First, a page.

Trevor Pinnock explores Handel’s Messiah, one of the greatest choral works of all time, in his new videoblog series ‘My Baroque’. In the episode, ‘Opera Singers Welcome’, Trevor Pinnock reveals why he chose opera singers and remembers performing Messiah at the University Church in Salzburg. John Tomlinson arrived late for the rehearsal, straight after the Bayreuth festival, and walked into the church in long flowing clothes and with long hair looking like a figure out of the old testament! Trevor recalls, “He sang with his fabulous big voice – I thought it was wonderful.”
In the following episode, ‘Work Of Faith And Drama’, Trevor Pinnock describes how, over the years, his own feeling about Messiah has changed. He first performed Messiah very much as a monumental religious work, and of course it is deeply religious, but he now realises so much more about the dramatic qualities. In the final episode Trevor Pinnock reimagines the first performance and notes that, “The music is as alive today as it was in 1742.”
Trevor Pinnock is renowned world-wide as a conductor and harpsichordist who pioneered the modern revival of early music performance. He made many highly acclaimed recordings for Archiv Produktion on period instruments from the 1970s until the 1990s including Handel’s Messiah.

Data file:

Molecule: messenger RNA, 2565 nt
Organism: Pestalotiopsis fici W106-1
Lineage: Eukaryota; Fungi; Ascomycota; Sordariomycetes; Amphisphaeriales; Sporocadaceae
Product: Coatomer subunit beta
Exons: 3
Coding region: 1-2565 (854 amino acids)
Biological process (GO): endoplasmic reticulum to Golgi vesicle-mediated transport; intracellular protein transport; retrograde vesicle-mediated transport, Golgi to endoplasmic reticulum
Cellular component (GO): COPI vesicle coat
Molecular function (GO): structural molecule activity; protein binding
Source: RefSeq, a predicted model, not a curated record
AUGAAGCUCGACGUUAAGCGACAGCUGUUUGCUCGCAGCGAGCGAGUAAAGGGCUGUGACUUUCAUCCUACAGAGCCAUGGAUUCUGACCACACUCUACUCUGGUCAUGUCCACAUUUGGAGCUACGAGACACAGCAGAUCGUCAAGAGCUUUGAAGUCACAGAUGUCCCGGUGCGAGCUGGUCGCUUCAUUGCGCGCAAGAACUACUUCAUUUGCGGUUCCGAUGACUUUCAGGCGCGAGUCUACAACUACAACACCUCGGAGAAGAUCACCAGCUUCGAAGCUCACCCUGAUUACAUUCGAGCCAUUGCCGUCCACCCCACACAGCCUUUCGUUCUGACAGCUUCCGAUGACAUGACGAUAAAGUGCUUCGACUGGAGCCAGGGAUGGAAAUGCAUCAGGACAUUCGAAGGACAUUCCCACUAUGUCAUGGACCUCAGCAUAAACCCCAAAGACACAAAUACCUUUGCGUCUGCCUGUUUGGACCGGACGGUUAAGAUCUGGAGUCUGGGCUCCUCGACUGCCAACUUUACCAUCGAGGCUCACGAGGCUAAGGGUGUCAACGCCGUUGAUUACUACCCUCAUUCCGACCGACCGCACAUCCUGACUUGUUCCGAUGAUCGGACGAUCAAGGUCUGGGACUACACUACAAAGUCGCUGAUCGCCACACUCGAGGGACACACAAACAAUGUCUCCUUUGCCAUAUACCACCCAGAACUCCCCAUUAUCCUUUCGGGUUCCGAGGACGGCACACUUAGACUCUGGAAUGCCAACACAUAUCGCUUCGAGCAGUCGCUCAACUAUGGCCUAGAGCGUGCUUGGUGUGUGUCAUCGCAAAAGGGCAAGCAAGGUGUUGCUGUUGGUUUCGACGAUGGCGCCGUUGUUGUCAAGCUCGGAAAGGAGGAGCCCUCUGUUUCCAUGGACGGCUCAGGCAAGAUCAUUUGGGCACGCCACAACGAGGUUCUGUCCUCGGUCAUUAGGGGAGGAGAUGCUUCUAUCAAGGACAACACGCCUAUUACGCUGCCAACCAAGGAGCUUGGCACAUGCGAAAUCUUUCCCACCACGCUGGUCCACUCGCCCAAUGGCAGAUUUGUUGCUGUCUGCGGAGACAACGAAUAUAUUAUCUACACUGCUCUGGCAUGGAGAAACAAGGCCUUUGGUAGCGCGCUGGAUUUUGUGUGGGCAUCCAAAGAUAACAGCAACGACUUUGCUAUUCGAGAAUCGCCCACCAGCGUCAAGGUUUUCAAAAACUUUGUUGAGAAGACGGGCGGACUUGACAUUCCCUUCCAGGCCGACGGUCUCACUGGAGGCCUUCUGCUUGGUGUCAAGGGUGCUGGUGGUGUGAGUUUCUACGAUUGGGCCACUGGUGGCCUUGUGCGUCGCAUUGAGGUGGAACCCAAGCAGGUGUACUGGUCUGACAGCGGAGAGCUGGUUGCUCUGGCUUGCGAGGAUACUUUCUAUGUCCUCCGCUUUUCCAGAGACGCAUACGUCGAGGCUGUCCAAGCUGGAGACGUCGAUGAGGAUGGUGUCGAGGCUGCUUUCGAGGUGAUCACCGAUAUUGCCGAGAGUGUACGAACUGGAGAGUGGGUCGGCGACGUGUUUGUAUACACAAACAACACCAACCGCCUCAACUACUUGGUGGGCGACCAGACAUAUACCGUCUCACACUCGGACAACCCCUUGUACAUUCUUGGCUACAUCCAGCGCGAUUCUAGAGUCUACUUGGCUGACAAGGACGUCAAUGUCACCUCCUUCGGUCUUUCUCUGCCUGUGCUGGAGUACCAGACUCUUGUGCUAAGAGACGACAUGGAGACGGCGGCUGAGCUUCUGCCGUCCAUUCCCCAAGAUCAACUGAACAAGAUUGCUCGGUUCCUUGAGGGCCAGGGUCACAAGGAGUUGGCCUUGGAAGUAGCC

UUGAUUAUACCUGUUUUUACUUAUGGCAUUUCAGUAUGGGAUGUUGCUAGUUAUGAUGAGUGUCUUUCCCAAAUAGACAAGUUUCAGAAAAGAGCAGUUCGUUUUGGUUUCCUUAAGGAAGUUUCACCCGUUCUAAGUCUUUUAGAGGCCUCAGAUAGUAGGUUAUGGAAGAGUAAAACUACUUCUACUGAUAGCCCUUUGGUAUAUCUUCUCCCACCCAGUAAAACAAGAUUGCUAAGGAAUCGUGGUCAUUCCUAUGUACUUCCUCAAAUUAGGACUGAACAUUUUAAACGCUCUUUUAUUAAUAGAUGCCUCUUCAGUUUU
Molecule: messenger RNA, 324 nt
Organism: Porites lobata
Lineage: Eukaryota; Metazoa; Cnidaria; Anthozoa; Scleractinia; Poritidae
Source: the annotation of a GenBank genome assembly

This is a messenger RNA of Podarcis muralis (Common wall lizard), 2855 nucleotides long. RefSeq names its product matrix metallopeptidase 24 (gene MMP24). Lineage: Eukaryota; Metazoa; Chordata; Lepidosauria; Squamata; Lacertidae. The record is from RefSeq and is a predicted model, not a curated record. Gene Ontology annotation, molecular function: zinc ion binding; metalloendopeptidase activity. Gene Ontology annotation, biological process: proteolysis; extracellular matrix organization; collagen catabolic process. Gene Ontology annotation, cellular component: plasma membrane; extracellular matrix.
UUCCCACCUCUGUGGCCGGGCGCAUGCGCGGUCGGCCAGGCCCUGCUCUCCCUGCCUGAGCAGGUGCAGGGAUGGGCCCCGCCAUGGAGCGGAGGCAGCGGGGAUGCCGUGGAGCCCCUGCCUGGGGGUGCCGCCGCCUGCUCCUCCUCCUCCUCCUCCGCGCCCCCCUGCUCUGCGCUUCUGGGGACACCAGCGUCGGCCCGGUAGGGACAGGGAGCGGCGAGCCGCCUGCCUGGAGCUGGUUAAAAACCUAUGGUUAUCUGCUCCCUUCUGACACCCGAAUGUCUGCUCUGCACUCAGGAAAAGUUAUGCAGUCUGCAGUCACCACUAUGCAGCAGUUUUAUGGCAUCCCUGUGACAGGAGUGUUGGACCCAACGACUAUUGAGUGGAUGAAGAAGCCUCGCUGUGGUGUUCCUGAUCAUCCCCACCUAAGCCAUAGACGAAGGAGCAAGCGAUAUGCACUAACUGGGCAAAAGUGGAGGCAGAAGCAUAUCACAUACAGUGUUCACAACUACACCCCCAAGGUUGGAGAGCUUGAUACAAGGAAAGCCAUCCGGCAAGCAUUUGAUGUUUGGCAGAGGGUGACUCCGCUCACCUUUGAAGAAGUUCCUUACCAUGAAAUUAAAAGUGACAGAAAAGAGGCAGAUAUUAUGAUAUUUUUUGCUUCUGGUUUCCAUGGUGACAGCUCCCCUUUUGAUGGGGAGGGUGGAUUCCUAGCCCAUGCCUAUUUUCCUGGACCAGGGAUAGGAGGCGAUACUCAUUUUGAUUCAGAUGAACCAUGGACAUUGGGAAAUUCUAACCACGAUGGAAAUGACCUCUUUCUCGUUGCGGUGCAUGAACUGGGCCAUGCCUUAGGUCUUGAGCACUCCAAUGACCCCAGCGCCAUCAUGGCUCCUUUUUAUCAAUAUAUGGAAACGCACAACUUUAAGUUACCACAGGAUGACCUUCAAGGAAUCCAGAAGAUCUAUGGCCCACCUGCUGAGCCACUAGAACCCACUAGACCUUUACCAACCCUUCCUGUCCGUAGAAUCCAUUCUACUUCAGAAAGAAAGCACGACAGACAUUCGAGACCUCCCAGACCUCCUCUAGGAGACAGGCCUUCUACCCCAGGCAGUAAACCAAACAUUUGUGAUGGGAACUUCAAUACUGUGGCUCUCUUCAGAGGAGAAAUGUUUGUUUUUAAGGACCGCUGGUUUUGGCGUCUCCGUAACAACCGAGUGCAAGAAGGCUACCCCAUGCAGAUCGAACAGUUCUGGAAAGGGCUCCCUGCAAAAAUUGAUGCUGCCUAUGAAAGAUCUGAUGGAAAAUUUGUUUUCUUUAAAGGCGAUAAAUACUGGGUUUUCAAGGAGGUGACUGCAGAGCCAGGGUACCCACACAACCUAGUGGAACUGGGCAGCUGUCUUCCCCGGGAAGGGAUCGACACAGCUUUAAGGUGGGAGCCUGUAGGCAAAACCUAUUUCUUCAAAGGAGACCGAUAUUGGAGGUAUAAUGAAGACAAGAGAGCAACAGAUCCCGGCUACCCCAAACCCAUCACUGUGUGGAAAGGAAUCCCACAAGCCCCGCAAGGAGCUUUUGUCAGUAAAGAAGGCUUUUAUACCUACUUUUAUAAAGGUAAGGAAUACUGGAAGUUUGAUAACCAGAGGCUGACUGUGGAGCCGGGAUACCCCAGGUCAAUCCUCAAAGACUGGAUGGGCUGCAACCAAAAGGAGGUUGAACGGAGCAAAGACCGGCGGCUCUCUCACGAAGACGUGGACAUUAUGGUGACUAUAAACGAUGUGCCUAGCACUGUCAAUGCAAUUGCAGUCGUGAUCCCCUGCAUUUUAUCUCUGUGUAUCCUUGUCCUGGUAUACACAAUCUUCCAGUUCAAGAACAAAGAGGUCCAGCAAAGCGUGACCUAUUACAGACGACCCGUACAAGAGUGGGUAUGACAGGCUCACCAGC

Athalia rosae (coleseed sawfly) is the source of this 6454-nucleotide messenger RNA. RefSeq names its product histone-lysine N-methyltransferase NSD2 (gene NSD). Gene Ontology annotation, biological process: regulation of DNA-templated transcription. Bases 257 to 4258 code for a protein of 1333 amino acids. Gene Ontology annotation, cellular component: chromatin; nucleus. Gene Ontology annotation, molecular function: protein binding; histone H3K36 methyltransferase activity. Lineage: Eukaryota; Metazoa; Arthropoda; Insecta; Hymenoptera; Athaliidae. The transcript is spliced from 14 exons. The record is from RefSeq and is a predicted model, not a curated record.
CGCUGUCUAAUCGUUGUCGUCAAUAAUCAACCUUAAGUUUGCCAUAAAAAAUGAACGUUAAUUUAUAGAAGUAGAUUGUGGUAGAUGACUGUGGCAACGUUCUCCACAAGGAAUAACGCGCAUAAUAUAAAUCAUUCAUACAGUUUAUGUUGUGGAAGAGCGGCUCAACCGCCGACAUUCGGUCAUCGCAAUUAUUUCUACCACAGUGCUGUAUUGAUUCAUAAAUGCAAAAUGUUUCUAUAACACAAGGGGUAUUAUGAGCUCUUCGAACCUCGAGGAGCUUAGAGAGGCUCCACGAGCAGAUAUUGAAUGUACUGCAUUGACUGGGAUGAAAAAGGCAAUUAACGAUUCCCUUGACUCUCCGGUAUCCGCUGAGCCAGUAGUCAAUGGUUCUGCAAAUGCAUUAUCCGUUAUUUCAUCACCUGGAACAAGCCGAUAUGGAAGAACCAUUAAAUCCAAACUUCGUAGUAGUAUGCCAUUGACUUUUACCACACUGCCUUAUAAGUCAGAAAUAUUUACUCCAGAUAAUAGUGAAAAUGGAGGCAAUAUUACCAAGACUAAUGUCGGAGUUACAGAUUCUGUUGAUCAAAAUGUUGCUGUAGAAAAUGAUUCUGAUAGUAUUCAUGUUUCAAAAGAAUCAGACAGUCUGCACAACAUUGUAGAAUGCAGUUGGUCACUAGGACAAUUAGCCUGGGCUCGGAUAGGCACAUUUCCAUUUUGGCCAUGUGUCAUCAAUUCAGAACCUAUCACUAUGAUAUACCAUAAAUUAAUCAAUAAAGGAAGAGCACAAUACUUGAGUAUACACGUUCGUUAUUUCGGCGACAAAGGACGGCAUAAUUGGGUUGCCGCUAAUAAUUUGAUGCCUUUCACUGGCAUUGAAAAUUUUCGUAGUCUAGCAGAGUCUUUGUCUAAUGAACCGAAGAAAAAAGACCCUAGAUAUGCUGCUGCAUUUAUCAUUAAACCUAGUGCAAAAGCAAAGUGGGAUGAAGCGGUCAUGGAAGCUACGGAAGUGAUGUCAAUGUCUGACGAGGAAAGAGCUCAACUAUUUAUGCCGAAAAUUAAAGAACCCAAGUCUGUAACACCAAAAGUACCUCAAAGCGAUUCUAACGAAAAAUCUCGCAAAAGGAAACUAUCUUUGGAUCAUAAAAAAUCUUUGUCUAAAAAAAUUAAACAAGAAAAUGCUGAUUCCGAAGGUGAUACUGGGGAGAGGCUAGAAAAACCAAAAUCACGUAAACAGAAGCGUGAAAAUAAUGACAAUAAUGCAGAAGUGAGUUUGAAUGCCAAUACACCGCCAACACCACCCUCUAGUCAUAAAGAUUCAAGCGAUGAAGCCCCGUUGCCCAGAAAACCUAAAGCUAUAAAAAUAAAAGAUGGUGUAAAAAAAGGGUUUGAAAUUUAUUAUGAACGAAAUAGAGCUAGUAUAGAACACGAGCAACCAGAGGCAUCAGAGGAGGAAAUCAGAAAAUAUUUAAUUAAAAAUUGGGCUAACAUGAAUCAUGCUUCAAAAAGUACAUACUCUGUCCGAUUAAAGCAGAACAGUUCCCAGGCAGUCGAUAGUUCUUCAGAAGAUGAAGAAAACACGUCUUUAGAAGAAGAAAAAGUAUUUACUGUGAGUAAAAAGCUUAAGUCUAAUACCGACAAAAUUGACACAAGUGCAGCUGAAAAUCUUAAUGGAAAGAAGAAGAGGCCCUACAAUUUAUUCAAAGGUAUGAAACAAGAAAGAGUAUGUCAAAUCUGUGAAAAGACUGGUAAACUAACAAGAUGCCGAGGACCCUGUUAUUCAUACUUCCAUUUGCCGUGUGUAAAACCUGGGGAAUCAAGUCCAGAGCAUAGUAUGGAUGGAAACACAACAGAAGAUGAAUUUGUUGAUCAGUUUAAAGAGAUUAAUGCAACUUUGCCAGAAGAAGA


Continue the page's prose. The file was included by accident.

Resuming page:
“One of the freshest and most exciting Messiahs on CD”
A true classic of historically informed performance practice, Trevor Pinnock’s 1988 recording of Handel’s Messiah with the English Concert and Choir is one of the finest versions available to offer authentic instruments and lively, embellished singing that is idiomatic to the Baroque period. The superb soloists are soprano Arleen Augér, contralto Anne Sofie von Otter, countertenor Michael Chance, tenor Howard Crook, and bass John Tomlinson. BBC Music Magazine described Trevor Pinnock’s recording of Handel’s Messiah as, “One of the freshest and most exciting Messiahs on CD reconciling ‘authentic’ practice with the work’s undoubted scope for grandeur. Superb soloists.”
Handel composed Messiah, an English language oratorio depicting the story of Jesus Christ, in 1741. Messiah was first performed at the New Music Hall in Dublin on 13 April 1742. After an initially modest public reception the oratorio gained in popularity and eventually became one of the best-known and most frequently performed choral pieces in Western music. Handel created the work based on three concepts: the story of the nativity and its prophecy; that of the crucifixion and redemption of mankind; and a commentary on the Christian soul and its victory over death. The ‘Hallelujah’ chorus is one of the most famous pieces of Baroque choral music and the most widely known section of the work. Though it was originally written for Easter, Handel’s Messiah has become the staple work of the Christmas season. Celebrate Christmas by experiencing the story of Christ through one of the greatest choral works of all time – Handel’s Messiah.
Trevor Pinnock’s recording of Handel’s Messiah can be bought here.